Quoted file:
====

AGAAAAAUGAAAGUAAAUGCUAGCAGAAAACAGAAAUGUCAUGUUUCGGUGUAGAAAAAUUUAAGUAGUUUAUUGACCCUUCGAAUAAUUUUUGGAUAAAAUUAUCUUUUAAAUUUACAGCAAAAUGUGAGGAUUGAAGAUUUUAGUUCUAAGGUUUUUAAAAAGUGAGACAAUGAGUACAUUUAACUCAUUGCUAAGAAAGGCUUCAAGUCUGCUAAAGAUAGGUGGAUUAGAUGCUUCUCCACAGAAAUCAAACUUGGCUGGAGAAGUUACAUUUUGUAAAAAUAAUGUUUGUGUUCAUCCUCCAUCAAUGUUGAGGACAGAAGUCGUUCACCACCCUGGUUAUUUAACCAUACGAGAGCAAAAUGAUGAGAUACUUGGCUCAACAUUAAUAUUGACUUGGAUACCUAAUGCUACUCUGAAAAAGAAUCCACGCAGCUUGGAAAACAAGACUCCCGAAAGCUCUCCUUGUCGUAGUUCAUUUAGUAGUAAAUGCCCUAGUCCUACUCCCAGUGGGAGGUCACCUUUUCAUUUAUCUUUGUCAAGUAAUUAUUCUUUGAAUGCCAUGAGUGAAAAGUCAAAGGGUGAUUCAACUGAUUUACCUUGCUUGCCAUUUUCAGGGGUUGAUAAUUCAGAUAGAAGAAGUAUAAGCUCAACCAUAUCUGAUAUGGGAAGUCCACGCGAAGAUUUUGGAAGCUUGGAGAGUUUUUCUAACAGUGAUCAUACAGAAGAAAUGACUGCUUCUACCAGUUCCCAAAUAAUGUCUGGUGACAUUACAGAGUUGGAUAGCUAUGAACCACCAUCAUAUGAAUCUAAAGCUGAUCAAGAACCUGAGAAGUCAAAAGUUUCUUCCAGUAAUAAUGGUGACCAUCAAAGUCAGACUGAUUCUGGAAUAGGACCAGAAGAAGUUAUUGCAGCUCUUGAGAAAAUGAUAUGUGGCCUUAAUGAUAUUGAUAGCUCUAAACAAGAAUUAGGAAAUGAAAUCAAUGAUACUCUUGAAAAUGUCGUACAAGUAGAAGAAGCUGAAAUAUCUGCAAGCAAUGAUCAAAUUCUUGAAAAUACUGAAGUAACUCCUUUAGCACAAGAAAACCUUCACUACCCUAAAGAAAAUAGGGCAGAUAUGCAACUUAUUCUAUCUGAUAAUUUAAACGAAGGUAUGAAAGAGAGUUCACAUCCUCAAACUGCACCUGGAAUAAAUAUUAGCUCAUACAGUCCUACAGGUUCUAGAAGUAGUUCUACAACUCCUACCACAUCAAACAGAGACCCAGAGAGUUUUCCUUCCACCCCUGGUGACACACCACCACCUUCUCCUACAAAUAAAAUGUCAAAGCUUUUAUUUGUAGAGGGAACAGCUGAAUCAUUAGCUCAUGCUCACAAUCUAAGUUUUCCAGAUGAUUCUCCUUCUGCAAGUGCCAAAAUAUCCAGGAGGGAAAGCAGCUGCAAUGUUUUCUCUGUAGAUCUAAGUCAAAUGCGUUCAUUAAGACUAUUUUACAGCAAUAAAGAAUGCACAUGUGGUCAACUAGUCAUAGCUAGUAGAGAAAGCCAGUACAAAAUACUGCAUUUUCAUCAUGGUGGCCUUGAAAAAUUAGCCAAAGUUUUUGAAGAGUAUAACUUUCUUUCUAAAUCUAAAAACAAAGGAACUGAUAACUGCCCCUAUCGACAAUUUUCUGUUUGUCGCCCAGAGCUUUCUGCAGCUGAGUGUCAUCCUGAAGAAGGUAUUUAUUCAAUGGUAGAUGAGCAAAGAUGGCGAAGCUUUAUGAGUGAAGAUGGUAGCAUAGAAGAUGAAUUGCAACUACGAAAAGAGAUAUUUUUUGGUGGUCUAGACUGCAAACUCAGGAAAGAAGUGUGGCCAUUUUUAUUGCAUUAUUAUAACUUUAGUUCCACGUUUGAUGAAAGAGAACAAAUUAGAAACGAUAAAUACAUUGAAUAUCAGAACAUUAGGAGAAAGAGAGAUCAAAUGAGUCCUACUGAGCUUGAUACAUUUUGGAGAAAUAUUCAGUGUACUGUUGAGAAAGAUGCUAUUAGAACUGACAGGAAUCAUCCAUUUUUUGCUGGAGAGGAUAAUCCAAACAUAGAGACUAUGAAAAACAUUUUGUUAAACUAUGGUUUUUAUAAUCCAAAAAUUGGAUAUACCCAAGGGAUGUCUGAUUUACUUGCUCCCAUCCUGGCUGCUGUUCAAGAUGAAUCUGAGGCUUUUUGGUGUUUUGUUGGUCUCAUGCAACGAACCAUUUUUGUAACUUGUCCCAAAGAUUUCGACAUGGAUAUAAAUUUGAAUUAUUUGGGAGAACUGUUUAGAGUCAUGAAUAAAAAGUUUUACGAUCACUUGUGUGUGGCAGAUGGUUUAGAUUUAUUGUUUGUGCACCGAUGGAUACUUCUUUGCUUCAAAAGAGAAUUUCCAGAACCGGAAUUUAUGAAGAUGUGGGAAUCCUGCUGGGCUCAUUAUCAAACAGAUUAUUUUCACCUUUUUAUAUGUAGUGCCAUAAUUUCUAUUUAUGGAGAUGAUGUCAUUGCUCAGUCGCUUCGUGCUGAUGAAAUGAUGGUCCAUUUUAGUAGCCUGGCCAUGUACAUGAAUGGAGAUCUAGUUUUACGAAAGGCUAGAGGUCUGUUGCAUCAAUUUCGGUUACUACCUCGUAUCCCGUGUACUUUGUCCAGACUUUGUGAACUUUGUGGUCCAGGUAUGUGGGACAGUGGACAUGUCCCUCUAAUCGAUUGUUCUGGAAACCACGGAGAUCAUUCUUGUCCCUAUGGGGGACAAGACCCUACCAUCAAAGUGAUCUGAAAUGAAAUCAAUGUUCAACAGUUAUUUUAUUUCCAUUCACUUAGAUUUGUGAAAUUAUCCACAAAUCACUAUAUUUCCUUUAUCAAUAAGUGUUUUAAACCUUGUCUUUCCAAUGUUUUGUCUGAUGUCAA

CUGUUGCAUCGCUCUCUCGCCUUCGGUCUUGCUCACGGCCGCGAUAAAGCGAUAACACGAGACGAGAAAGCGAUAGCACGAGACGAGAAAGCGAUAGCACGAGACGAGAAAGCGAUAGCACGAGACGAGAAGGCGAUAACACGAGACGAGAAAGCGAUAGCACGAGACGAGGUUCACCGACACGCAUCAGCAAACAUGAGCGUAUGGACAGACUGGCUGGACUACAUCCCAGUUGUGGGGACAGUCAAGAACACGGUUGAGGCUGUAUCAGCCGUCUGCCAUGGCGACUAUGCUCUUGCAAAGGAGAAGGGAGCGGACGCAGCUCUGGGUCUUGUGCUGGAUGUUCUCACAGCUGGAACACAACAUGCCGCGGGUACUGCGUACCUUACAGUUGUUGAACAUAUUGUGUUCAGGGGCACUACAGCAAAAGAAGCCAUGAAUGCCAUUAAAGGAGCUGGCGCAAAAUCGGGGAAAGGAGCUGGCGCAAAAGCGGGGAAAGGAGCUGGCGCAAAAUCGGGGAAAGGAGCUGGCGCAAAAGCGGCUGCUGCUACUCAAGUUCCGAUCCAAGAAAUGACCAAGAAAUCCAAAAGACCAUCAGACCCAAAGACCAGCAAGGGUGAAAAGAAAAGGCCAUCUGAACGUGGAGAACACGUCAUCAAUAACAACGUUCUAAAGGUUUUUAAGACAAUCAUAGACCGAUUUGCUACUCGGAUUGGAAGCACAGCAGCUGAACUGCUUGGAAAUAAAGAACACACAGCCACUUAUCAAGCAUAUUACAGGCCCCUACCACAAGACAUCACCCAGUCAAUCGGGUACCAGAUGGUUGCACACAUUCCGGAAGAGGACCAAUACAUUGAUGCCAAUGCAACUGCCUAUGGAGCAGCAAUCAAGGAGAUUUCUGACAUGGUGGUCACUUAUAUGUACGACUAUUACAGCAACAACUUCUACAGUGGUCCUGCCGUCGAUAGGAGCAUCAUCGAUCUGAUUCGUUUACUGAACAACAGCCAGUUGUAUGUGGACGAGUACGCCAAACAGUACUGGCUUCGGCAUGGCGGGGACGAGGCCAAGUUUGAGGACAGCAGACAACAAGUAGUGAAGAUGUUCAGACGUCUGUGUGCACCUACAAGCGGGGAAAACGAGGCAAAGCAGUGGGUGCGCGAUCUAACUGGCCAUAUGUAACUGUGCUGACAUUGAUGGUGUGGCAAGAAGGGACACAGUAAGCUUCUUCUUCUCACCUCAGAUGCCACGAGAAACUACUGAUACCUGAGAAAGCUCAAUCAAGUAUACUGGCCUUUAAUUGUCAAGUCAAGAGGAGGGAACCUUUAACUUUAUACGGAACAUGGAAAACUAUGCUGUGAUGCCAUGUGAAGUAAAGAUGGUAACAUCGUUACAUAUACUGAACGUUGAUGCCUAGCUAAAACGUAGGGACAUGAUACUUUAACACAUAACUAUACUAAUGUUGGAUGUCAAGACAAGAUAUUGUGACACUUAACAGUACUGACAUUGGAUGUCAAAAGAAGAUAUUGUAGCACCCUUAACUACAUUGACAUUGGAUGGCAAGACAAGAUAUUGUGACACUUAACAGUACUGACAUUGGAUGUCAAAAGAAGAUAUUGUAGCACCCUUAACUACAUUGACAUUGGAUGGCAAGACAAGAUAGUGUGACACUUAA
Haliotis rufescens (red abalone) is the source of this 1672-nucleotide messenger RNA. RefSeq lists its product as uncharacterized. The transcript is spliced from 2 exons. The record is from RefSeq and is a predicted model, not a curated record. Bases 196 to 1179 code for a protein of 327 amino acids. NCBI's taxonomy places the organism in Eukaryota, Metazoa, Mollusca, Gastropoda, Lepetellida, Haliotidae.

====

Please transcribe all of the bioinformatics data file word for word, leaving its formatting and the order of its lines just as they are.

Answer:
AGAAAAAUGAAAGUAAAUGCUAGCAGAAAACAGAAAUGUCAUGUUUCGGUGUAGAAAAAUUUAAGUAGUUUAUUGACCCUUCGAAUAAUUUUUGGAUAAAAUUAUCUUUUAAAUUUACAGCAAAAUGUGAGGAUUGAAGAUUUUAGUUCUAAGGUUUUUAAAAAGUGAGACAAUGAGUACAUUUAACUCAUUGCUAAGAAAGGCUUCAAGUCUGCUAAAGAUAGGUGGAUUAGAUGCUUCUCCACAGAAAUCAAACUUGGCUGGAGAAGUUACAUUUUGUAAAAAUAAUGUUUGUGUUCAUCCUCCAUCAAUGUUGAGGACAGAAGUCGUUCACCACCCUGGUUAUUUAACCAUACGAGAGCAAAAUGAUGAGAUACUUGGCUCAACAUUAAUAUUGACUUGGAUACCUAAUGCUACUCUGAAAAAGAAUCCACGCAGCUUGGAAAACAAGACUCCCGAAAGCUCUCCUUGUCGUAGUUCAUUUAGUAGUAAAUGCCCUAGUCCUACUCCCAGUGGGAGGUCACCUUUUCAUUUAUCUUUGUCAAGUAAUUAUUCUUUGAAUGCCAUGAGUGAAAAGUCAAAGGGUGAUUCAACUGAUUUACCUUGCUUGCCAUUUUCAGGGGUUGAUAAUUCAGAUAGAAGAAGUAUAAGCUCAACCAUAUCUGAUAUGGGAAGUCCACGCGAAGAUUUUGGAAGCUUGGAGAGUUUUUCUAACAGUGAUCAUACAGAAGAAAUGACUGCUUCUACCAGUUCCCAAAUAAUGUCUGGUGACAUUACAGAGUUGGAUAGCUAUGAACCACCAUCAUAUGAAUCUAAAGCUGAUCAAGAACCUGAGAAGUCAAAAGUUUCUUCCAGUAAUAAUGGUGACCAUCAAAGUCAGACUGAUUCUGGAAUAGGACCAGAAGAAGUUAUUGCAGCUCUUGAGAAAAUGAUAUGUGGCCUUAAUGAUAUUGAUAGCUCUAAACAAGAAUUAGGAAAUGAAAUCAAUGAUACUCUUGAAAAUGUCGUACAAGUAGAAGAAGCUGAAAUAUCUGCAAGCAAUGAUCAAAUUCUUGAAAAUACUGAAGUAACUCCUUUAGCACAAGAAAACCUUCACUACCCUAAAGAAAAUAGGGCAGAUAUGCAACUUAUUCUAUCUGAUAAUUUAAACGAAGGUAUGAAAGAGAGUUCACAUCCUCAAACUGCACCUGGAAUAAAUAUUAGCUCAUACAGUCCUACAGGUUCUAGAAGUAGUUCUACAACUCCUACCACAUCAAACAGAGACCCAGAGAGUUUUCCUUCCACCCCUGGUGACACACCACCACCUUCUCCUACAAAUAAAAUGUCAAAGCUUUUAUUUGUAGAGGGAACAGCUGAAUCAUUAGCUCAUGCUCACAAUCUAAGUUUUCCAGAUGAUUCUCCUUCUGCAAGUGCCAAAAUAUCCAGGAGGGAAAGCAGCUGCAAUGUUUUCUCUGUAGAUCUAAGUCAAAUGCGUUCAUUAAGACUAUUUUACAGCAAUAAAGAAUGCACAUGUGGUCAACUAGUCAUAGCUAGUAGAGAAAGCCAGUACAAAAUACUGCAUUUUCAUCAUGGUGGCCUUGAAAAAUUAGCCAAAGUUUUUGAAGAGUAUAACUUUCUUUCUAAAUCUAAAAACAAAGGAACUGAUAACUGCCCCUAUCGACAAUUUUCUGUUUGUCGCCCAGAGCUUUCUGCAGCUGAGUGUCAUCCUGAAGAAGGUAUUUAUUCAAUGGUAGAUGAGCAAAGAUGGCGAAGCUUUAUGAGUGAAGAUGGUAGCAUAGAAGAUGAAUUGCAACUACGAAAAGAGAUAUUUUUUGGUGGUCUAGACUGCAAACUCAGGAAAGAAGUGUGGCCAUUUUUAUUGCAUUAUUAUAACUUUAGUUCCACGUUUGAUGAAAGAGAACAAAUUAGAAACGAUAAAUACAUUGAAUAUCAGAACAUUAGGAGAAAGAGAGAUCAAAUGAGUCCUACUGAGCUUGAUACAUUUUGGAGAAAUAUUCAGUGUACUGUUGAGAAAGAUGCUAUUAGAACUGACAGGAAUCAUCCAUUUUUUGCUGGAGAGGAUAAUCCAAACAUAGAGACUAUGAAAAACAUUUUGUUAAACUAUGGUUUUUAUAAUCCAAAAAUUGGAUAUACCCAAGGGAUGUCUGAUUUACUUGCUCCCAUCCUGGCUGCUGUUCAAGAUGAAUCUGAGGCUUUUUGGUGUUUUGUUGGUCUCAUGCAACGAACCAUUUUUGUAACUUGUCCCAAAGAUUUCGACAUGGAUAUAAAUUUGAAUUAUUUGGGAGAACUGUUUAGAGUCAUGAAUAAAAAGUUUUACGAUCACUUGUGUGUGGCAGAUGGUUUAGAUUUAUUGUUUGUGCACCGAUGGAUACUUCUUUGCUUCAAAAGAGAAUUUCCAGAACCGGAAUUUAUGAAGAUGUGGGAAUCCUGCUGGGCUCAUUAUCAAACAGAUUAUUUUCACCUUUUUAUAUGUAGUGCCAUAAUUUCUAUUUAUGGAGAUGAUGUCAUUGCUCAGUCGCUUCGUGCUGAUGAAAUGAUGGUCCAUUUUAGUAGCCUGGCCAUGUACAUGAAUGGAGAUCUAGUUUUACGAAAGGCUAGAGGUCUGUUGCAUCAAUUUCGGUUACUACCUCGUAUCCCGUGUACUUUGUCCAGACUUUGUGAACUUUGUGGUCCAGGUAUGUGGGACAGUGGACAUGUCCCUCUAAUCGAUUGUUCUGGAAACCACGGAGAUCAUUCUUGUCCCUAUGGGGGACAAGACCCUACCAUCAAAGUGAUCUGAAAUGAAAUCAAUGUUCAACAGUUAUUUUAUUUCCAUUCACUUAGAUUUGUGAAAUUAUCCACAAAUCACUAUAUUUCCUUUAUCAAUAAGUGUUUUAAACCUUGUCUUUCCAAUGUUUUGUCUGAUGUCAA

CUGUUGCAUCGCUCUCUCGCCUUCGGUCUUGCUCACGGCCGCGAUAAAGCGAUAACACGAGACGAGAAAGCGAUAGCACGAGACGAGAAAGCGAUAGCACGAGACGAGAAAGCGAUAGCACGAGACGAGAAGGCGAUAACACGAGACGAGAAAGCGAUAGCACGAGACGAGGUUCACCGACACGCAUCAGCAAACAUGAGCGUAUGGACAGACUGGCUGGACUACAUCCCAGUUGUGGGGACAGUCAAGAACACGGUUGAGGCUGUAUCAGCCGUCUGCCAUGGCGACUAUGCUCUUGCAAAGGAGAAGGGAGCGGACGCAGCUCUGGGUCUUGUGCUGGAUGUUCUCACAGCUGGAACACAACAUGCCGCGGGUACUGCGUACCUUACAGUUGUUGAACAUAUUGUGUUCAGGGGCACUACAGCAAAAGAAGCCAUGAAUGCCAUUAAAGGAGCUGGCGCAAAAUCGGGGAAAGGAGCUGGCGCAAAAGCGGGGAAAGGAGCUGGCGCAAAAUCGGGGAAAGGAGCUGGCGCAAAAGCGGCUGCUGCUACUCAAGUUCCGAUCCAAGAAAUGACCAAGAAAUCCAAAAGACCAUCAGACCCAAAGACCAGCAAGGGUGAAAAGAAAAGGCCAUCUGAACGUGGAGAACACGUCAUCAAUAACAACGUUCUAAAGGUUUUUAAGACAAUCAUAGACCGAUUUGCUACUCGGAUUGGAAGCACAGCAGCUGAACUGCUUGGAAAUAAAGAACACACAGCCACUUAUCAAGCAUAUUACAGGCCCCUACCACAAGACAUCACCCAGUCAAUCGGGUACCAGAUGGUUGCACACAUUCCGGAAGAGGACCAAUACAUUGAUGCCAAUGCAACUGCCUAUGGAGCAGCAAUCAAGGAGAUUUCUGACAUGGUGGUCACUUAUAUGUACGACUAUUACAGCAACAACUUCUACAGUGGUCCUGCCGUCGAUAGGAGCAUCAUCGAUCUGAUUCGUUUACUGAACAACAGCCAGUUGUAUGUGGACGAGUACGCCAAACAGUACUGGCUUCGGCAUGGCGGGGACGAGGCCAAGUUUGAGGACAGCAGACAACAAGUAGUGAAGAUGUUCAGACGUCUGUGUGCACCUACAAGCGGGGAAAACGAGGCAAAGCAGUGGGUGCGCGAUCUAACUGGCCAUAUGUAACUGUGCUGACAUUGAUGGUGUGGCAAGAAGGGACACAGUAAGCUUCUUCUUCUCACCUCAGAUGCCACGAGAAACUACUGAUACCUGAGAAAGCUCAAUCAAGUAUACUGGCCUUUAAUUGUCAAGUCAAGAGGAGGGAACCUUUAACUUUAUACGGAACAUGGAAAACUAUGCUGUGAUGCCAUGUGAAGUAAAGAUGGUAACAUCGUUACAUAUACUGAACGUUGAUGCCUAGCUAAAACGUAGGGACAUGAUACUUUAACACAUAACUAUACUAAUGUUGGAUGUCAAGACAAGAUAUUGUGACACUUAACAGUACUGACAUUGGAUGUCAAAAGAAGAUAUUGUAGCACCCUUAACUACAUUGACAUUGGAUGGCAAGACAAGAUAUUGUGACACUUAACAGUACUGACAUUGGAUGUCAAAAGAAGAUAUUGUAGCACCCUUAACUACAUUGACAUUGGAUGGCAAGACAAGAUAGUGUGACACUUAA
Haliotis rufescens (red abalone) is the source of this 1672-nucleotide messenger RNA. RefSeq lists its product as uncharacterized. The transcript is spliced from 2 exons. The record is from RefSeq and is a predicted model, not a curated record. Bases 196 to 1179 code for a protein of 327 amino acids. NCBI's taxonomy places the organism in Eukaryota, Metazoa, Mollusca, Gastropoda, Lepetellida, Haliotidae.